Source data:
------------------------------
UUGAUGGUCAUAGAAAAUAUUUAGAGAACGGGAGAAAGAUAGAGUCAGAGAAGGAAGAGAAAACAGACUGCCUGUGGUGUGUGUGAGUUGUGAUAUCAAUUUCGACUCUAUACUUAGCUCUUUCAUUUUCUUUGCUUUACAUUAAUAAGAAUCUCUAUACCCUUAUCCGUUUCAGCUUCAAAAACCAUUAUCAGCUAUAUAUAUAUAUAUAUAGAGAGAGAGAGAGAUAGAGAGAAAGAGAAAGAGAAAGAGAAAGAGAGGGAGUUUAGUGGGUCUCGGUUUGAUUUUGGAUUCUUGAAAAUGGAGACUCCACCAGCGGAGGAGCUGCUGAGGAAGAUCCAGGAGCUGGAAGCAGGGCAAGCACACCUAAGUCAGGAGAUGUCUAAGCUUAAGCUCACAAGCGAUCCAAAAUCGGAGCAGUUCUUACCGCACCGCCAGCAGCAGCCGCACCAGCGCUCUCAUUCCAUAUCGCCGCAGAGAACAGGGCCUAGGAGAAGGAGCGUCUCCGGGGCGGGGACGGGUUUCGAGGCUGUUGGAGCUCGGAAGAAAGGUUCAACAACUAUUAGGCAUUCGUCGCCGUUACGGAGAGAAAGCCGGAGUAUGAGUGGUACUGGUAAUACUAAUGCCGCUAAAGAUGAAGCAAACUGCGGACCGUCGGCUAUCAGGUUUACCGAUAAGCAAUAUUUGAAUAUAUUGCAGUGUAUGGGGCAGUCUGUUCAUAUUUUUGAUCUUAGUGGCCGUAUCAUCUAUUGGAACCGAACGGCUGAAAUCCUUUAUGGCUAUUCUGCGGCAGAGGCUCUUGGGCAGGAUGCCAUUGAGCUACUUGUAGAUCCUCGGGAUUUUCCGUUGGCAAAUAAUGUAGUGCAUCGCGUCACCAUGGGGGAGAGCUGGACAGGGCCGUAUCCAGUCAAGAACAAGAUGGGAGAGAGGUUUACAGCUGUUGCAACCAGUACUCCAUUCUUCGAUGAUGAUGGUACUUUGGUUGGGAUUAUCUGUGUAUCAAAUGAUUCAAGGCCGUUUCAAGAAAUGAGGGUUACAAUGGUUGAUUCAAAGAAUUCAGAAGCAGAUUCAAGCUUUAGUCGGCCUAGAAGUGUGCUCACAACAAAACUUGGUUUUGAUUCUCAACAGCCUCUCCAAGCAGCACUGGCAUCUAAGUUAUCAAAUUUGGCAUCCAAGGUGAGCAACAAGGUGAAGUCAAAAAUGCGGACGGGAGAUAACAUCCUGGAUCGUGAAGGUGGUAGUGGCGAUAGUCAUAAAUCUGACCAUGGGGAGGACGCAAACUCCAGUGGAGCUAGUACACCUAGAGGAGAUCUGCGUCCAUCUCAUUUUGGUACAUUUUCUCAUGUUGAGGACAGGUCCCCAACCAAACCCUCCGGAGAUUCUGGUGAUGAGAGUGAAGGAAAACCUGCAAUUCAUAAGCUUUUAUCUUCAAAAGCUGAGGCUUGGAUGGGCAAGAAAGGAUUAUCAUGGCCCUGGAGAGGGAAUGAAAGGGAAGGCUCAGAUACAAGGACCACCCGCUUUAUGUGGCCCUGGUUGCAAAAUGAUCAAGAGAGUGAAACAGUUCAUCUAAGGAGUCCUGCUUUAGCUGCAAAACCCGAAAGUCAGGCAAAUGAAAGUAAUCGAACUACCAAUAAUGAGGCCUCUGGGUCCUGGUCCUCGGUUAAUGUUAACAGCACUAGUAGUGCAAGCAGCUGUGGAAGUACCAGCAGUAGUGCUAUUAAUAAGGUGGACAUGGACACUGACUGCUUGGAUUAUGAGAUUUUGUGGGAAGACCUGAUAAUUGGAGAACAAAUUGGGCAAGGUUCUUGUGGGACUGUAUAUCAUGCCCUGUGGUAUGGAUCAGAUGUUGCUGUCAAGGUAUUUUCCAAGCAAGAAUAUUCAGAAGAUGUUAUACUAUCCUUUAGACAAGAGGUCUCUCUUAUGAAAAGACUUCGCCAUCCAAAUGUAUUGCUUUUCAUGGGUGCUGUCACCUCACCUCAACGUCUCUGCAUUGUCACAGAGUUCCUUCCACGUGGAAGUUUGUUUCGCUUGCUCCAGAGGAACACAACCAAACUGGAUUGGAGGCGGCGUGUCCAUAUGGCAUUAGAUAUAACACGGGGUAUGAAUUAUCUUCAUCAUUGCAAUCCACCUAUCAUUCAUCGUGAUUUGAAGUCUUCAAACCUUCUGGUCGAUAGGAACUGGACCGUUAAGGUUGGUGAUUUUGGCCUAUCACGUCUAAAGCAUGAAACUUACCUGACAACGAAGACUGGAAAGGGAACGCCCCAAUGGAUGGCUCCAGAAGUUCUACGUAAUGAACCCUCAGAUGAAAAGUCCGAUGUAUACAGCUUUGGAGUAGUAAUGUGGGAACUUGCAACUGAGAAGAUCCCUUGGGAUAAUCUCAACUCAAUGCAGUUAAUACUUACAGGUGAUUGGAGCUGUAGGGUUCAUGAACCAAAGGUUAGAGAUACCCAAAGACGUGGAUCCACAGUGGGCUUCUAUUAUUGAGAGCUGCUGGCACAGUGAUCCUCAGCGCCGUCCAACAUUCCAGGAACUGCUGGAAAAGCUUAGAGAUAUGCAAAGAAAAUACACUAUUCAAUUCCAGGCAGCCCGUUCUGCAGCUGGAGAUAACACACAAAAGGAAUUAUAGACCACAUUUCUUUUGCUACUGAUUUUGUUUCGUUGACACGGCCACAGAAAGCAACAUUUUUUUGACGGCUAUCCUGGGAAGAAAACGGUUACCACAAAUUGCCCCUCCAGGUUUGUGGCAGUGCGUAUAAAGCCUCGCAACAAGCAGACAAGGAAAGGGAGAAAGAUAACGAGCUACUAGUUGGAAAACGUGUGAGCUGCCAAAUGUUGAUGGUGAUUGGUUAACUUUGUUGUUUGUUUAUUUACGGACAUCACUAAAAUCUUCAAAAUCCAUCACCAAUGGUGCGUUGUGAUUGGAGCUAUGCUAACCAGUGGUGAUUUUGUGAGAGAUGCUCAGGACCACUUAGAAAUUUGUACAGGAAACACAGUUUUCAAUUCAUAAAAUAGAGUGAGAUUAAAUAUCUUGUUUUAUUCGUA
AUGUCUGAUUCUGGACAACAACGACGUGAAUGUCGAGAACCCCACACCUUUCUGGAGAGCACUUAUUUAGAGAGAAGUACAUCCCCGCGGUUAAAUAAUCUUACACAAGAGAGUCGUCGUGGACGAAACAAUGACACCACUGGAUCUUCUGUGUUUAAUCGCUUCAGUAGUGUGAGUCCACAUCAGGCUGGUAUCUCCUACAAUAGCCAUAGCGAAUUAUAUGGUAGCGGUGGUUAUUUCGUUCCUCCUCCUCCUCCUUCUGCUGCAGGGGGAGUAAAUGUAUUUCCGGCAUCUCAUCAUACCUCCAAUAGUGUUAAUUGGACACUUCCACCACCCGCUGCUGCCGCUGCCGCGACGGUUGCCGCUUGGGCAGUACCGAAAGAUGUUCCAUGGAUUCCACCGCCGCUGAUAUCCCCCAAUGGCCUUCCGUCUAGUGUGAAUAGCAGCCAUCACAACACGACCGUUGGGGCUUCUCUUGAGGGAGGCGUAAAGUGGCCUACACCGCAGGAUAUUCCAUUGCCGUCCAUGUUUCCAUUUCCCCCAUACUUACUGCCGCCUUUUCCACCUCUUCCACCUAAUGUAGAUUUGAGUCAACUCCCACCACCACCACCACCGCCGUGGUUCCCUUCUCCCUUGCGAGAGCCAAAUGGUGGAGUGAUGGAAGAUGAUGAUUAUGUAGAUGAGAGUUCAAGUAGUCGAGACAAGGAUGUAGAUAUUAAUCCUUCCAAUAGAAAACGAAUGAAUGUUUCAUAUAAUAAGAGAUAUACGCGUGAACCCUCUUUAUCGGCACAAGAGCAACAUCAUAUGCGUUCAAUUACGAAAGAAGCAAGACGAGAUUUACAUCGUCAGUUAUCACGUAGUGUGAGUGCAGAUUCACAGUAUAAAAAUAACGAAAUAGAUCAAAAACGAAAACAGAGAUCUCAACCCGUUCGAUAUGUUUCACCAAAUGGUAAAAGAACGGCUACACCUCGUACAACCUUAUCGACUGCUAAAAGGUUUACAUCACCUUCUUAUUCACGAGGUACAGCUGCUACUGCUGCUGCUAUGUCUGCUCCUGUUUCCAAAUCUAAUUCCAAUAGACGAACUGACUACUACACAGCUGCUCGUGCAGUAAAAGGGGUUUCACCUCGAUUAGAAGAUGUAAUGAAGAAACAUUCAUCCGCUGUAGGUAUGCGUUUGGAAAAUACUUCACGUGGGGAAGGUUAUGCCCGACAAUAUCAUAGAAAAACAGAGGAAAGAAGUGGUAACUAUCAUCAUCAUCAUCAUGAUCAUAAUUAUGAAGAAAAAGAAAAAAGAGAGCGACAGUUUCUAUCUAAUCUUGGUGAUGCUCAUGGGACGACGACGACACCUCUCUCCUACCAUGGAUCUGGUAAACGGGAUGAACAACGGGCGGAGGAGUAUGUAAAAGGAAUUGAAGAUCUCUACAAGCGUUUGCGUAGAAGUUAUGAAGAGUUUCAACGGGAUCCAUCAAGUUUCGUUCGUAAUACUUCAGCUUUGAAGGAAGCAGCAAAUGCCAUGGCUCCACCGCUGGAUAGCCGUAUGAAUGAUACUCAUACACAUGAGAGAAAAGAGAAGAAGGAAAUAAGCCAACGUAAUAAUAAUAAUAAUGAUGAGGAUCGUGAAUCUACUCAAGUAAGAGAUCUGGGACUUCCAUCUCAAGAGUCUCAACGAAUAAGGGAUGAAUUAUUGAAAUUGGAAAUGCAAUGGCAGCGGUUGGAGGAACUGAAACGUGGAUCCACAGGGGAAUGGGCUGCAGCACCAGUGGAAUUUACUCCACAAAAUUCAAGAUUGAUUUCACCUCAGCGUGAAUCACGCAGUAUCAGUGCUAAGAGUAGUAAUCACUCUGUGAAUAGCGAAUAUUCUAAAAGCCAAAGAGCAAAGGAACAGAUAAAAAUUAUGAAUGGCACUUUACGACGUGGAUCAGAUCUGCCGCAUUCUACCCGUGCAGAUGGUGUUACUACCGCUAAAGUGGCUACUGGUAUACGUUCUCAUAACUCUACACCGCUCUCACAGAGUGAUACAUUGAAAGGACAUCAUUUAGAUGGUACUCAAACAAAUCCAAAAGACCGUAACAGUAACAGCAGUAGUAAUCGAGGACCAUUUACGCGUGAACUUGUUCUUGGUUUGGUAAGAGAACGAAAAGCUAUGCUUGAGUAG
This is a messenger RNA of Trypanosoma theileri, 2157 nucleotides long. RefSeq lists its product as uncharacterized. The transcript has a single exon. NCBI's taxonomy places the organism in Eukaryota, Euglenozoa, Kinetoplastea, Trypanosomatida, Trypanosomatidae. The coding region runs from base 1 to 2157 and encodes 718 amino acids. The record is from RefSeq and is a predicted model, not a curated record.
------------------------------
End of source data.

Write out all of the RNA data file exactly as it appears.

UUGAUGGUCAUAGAAAAUAUUUAGAGAACGGGAGAAAGAUAGAGUCAGAGAAGGAAGAGAAAACAGACUGCCUGUGGUGUGUGUGAGUUGUGAUAUCAAUUUCGACUCUAUACUUAGCUCUUUCAUUUUCUUUGCUUUACAUUAAUAAGAAUCUCUAUACCCUUAUCCGUUUCAGCUUCAAAAACCAUUAUCAGCUAUAUAUAUAUAUAUAUAGAGAGAGAGAGAGAUAGAGAGAAAGAGAAAGAGAAAGAGAAAGAGAGGGAGUUUAGUGGGUCUCGGUUUGAUUUUGGAUUCUUGAAAAUGGAGACUCCACCAGCGGAGGAGCUGCUGAGGAAGAUCCAGGAGCUGGAAGCAGGGCAAGCACACCUAAGUCAGGAGAUGUCUAAGCUUAAGCUCACAAGCGAUCCAAAAUCGGAGCAGUUCUUACCGCACCGCCAGCAGCAGCCGCACCAGCGCUCUCAUUCCAUAUCGCCGCAGAGAACAGGGCCUAGGAGAAGGAGCGUCUCCGGGGCGGGGACGGGUUUCGAGGCUGUUGGAGCUCGGAAGAAAGGUUCAACAACUAUUAGGCAUUCGUCGCCGUUACGGAGAGAAAGCCGGAGUAUGAGUGGUACUGGUAAUACUAAUGCCGCUAAAGAUGAAGCAAACUGCGGACCGUCGGCUAUCAGGUUUACCGAUAAGCAAUAUUUGAAUAUAUUGCAGUGUAUGGGGCAGUCUGUUCAUAUUUUUGAUCUUAGUGGCCGUAUCAUCUAUUGGAACCGAACGGCUGAAAUCCUUUAUGGCUAUUCUGCGGCAGAGGCUCUUGGGCAGGAUGCCAUUGAGCUACUUGUAGAUCCUCGGGAUUUUCCGUUGGCAAAUAAUGUAGUGCAUCGCGUCACCAUGGGGGAGAGCUGGACAGGGCCGUAUCCAGUCAAGAACAAGAUGGGAGAGAGGUUUACAGCUGUUGCAACCAGUACUCCAUUCUUCGAUGAUGAUGGUACUUUGGUUGGGAUUAUCUGUGUAUCAAAUGAUUCAAGGCCGUUUCAAGAAAUGAGGGUUACAAUGGUUGAUUCAAAGAAUUCAGAAGCAGAUUCAAGCUUUAGUCGGCCUAGAAGUGUGCUCACAACAAAACUUGGUUUUGAUUCUCAACAGCCUCUCCAAGCAGCACUGGCAUCUAAGUUAUCAAAUUUGGCAUCCAAGGUGAGCAACAAGGUGAAGUCAAAAAUGCGGACGGGAGAUAACAUCCUGGAUCGUGAAGGUGGUAGUGGCGAUAGUCAUAAAUCUGACCAUGGGGAGGACGCAAACUCCAGUGGAGCUAGUACACCUAGAGGAGAUCUGCGUCCAUCUCAUUUUGGUACAUUUUCUCAUGUUGAGGACAGGUCCCCAACCAAACCCUCCGGAGAUUCUGGUGAUGAGAGUGAAGGAAAACCUGCAAUUCAUAAGCUUUUAUCUUCAAAAGCUGAGGCUUGGAUGGGCAAGAAAGGAUUAUCAUGGCCCUGGAGAGGGAAUGAAAGGGAAGGCUCAGAUACAAGGACCACCCGCUUUAUGUGGCCCUGGUUGCAAAAUGAUCAAGAGAGUGAAACAGUUCAUCUAAGGAGUCCUGCUUUAGCUGCAAAACCCGAAAGUCAGGCAAAUGAAAGUAAUCGAACUACCAAUAAUGAGGCCUCUGGGUCCUGGUCCUCGGUUAAUGUUAACAGCACUAGUAGUGCAAGCAGCUGUGGAAGUACCAGCAGUAGUGCUAUUAAUAAGGUGGACAUGGACACUGACUGCUUGGAUUAUGAGAUUUUGUGGGAAGACCUGAUAAUUGGAGAACAAAUUGGGCAAGGUUCUUGUGGGACUGUAUAUCAUGCCCUGUGGUAUGGAUCAGAUGUUGCUGUCAAGGUAUUUUCCAAGCAAGAAUAUUCAGAAGAUGUUAUACUAUCCUUUAGACAAGAGGUCUCUCUUAUGAAAAGACUUCGCCAUCCAAAUGUAUUGCUUUUCAUGGGUGCUGUCACCUCACCUCAACGUCUCUGCAUUGUCACAGAGUUCCUUCCACGUGGAAGUUUGUUUCGCUUGCUCCAGAGGAACACAACCAAACUGGAUUGGAGGCGGCGUGUCCAUAUGGCAUUAGAUAUAACACGGGGUAUGAAUUAUCUUCAUCAUUGCAAUCCACCUAUCAUUCAUCGUGAUUUGAAGUCUUCAAACCUUCUGGUCGAUAGGAACUGGACCGUUAAGGUUGGUGAUUUUGGCCUAUCACGUCUAAAGCAUGAAACUUACCUGACAACGAAGACUGGAAAGGGAACGCCCCAAUGGAUGGCUCCAGAAGUUCUACGUAAUGAACCCUCAGAUGAAAAGUCCGAUGUAUACAGCUUUGGAGUAGUAAUGUGGGAACUUGCAACUGAGAAGAUCCCUUGGGAUAAUCUCAACUCAAUGCAGUUAAUACUUACAGGUGAUUGGAGCUGUAGGGUUCAUGAACCAAAGGUUAGAGAUACCCAAAGACGUGGAUCCACAGUGGGCUUCUAUUAUUGAGAGCUGCUGGCACAGUGAUCCUCAGCGCCGUCCAACAUUCCAGGAACUGCUGGAAAAGCUUAGAGAUAUGCAAAGAAAAUACACUAUUCAAUUCCAGGCAGCCCGUUCUGCAGCUGGAGAUAACACACAAAAGGAAUUAUAGACCACAUUUCUUUUGCUACUGAUUUUGUUUCGUUGACACGGCCACAGAAAGCAACAUUUUUUUGACGGCUAUCCUGGGAAGAAAACGGUUACCACAAAUUGCCCCUCCAGGUUUGUGGCAGUGCGUAUAAAGCCUCGCAACAAGCAGACAAGGAAAGGGAGAAAGAUAACGAGCUACUAGUUGGAAAACGUGUGAGCUGCCAAAUGUUGAUGGUGAUUGGUUAACUUUGUUGUUUGUUUAUUUACGGACAUCACUAAAAUCUUCAAAAUCCAUCACCAAUGGUGCGUUGUGAUUGGAGCUAUGCUAACCAGUGGUGAUUUUGUGAGAGAUGCUCAGGACCACUUAGAAAUUUGUACAGGAAACACAGUUUUCAAUUCAUAAAAUAGAGUGAGAUUAAAUAUCUUGUUUUAUUCGUA
AUGUCUGAUUCUGGACAACAACGACGUGAAUGUCGAGAACCCCACACCUUUCUGGAGAGCACUUAUUUAGAGAGAAGUACAUCCCCGCGGUUAAAUAAUCUUACACAAGAGAGUCGUCGUGGACGAAACAAUGACACCACUGGAUCUUCUGUGUUUAAUCGCUUCAGUAGUGUGAGUCCACAUCAGGCUGGUAUCUCCUACAAUAGCCAUAGCGAAUUAUAUGGUAGCGGUGGUUAUUUCGUUCCUCCUCCUCCUCCUUCUGCUGCAGGGGGAGUAAAUGUAUUUCCGGCAUCUCAUCAUACCUCCAAUAGUGUUAAUUGGACACUUCCACCACCCGCUGCUGCCGCUGCCGCGACGGUUGCCGCUUGGGCAGUACCGAAAGAUGUUCCAUGGAUUCCACCGCCGCUGAUAUCCCCCAAUGGCCUUCCGUCUAGUGUGAAUAGCAGCCAUCACAACACGACCGUUGGGGCUUCUCUUGAGGGAGGCGUAAAGUGGCCUACACCGCAGGAUAUUCCAUUGCCGUCCAUGUUUCCAUUUCCCCCAUACUUACUGCCGCCUUUUCCACCUCUUCCACCUAAUGUAGAUUUGAGUCAACUCCCACCACCACCACCACCGCCGUGGUUCCCUUCUCCCUUGCGAGAGCCAAAUGGUGGAGUGAUGGAAGAUGAUGAUUAUGUAGAUGAGAGUUCAAGUAGUCGAGACAAGGAUGUAGAUAUUAAUCCUUCCAAUAGAAAACGAAUGAAUGUUUCAUAUAAUAAGAGAUAUACGCGUGAACCCUCUUUAUCGGCACAAGAGCAACAUCAUAUGCGUUCAAUUACGAAAGAAGCAAGACGAGAUUUACAUCGUCAGUUAUCACGUAGUGUGAGUGCAGAUUCACAGUAUAAAAAUAACGAAAUAGAUCAAAAACGAAAACAGAGAUCUCAACCCGUUCGAUAUGUUUCACCAAAUGGUAAAAGAACGGCUACACCUCGUACAACCUUAUCGACUGCUAAAAGGUUUACAUCACCUUCUUAUUCACGAGGUACAGCUGCUACUGCUGCUGCUAUGUCUGCUCCUGUUUCCAAAUCUAAUUCCAAUAGACGAACUGACUACUACACAGCUGCUCGUGCAGUAAAAGGGGUUUCACCUCGAUUAGAAGAUGUAAUGAAGAAACAUUCAUCCGCUGUAGGUAUGCGUUUGGAAAAUACUUCACGUGGGGAAGGUUAUGCCCGACAAUAUCAUAGAAAAACAGAGGAAAGAAGUGGUAACUAUCAUCAUCAUCAUCAUGAUCAUAAUUAUGAAGAAAAAGAAAAAAGAGAGCGACAGUUUCUAUCUAAUCUUGGUGAUGCUCAUGGGACGACGACGACACCUCUCUCCUACCAUGGAUCUGGUAAACGGGAUGAACAACGGGCGGAGGAGUAUGUAAAAGGAAUUGAAGAUCUCUACAAGCGUUUGCGUAGAAGUUAUGAAGAGUUUCAACGGGAUCCAUCAAGUUUCGUUCGUAAUACUUCAGCUUUGAAGGAAGCAGCAAAUGCCAUGGCUCCACCGCUGGAUAGCCGUAUGAAUGAUACUCAUACACAUGAGAGAAAAGAGAAGAAGGAAAUAAGCCAACGUAAUAAUAAUAAUAAUGAUGAGGAUCGUGAAUCUACUCAAGUAAGAGAUCUGGGACUUCCAUCUCAAGAGUCUCAACGAAUAAGGGAUGAAUUAUUGAAAUUGGAAAUGCAAUGGCAGCGGUUGGAGGAACUGAAACGUGGAUCCACAGGGGAAUGGGCUGCAGCACCAGUGGAAUUUACUCCACAAAAUUCAAGAUUGAUUUCACCUCAGCGUGAAUCACGCAGUAUCAGUGCUAAGAGUAGUAAUCACUCUGUGAAUAGCGAAUAUUCUAAAAGCCAAAGAGCAAAGGAACAGAUAAAAAUUAUGAAUGGCACUUUACGACGUGGAUCAGAUCUGCCGCAUUCUACCCGUGCAGAUGGUGUUACUACCGCUAAAGUGGCUACUGGUAUACGUUCUCAUAACUCUACACCGCUCUCACAGAGUGAUACAUUGAAAGGACAUCAUUUAGAUGGUACUCAAACAAAUCCAAAAGACCGUAACAGUAACAGCAGUAGUAAUCGAGGACCAUUUACGCGUGAACUUGUUCUUGGUUUGGUAAGAGAACGAAAAGCUAUGCUUGAGUAG
This is a messenger RNA of Trypanosoma theileri, 2157 nucleotides long. RefSeq lists its product as uncharacterized. The transcript has a single exon. NCBI's taxonomy places the organism in Eukaryota, Euglenozoa, Kinetoplastea, Trypanosomatida, Trypanosomatidae. The coding region runs from base 1 to 2157 and encodes 718 amino acids. The record is from RefSeq and is a predicted model, not a curated record.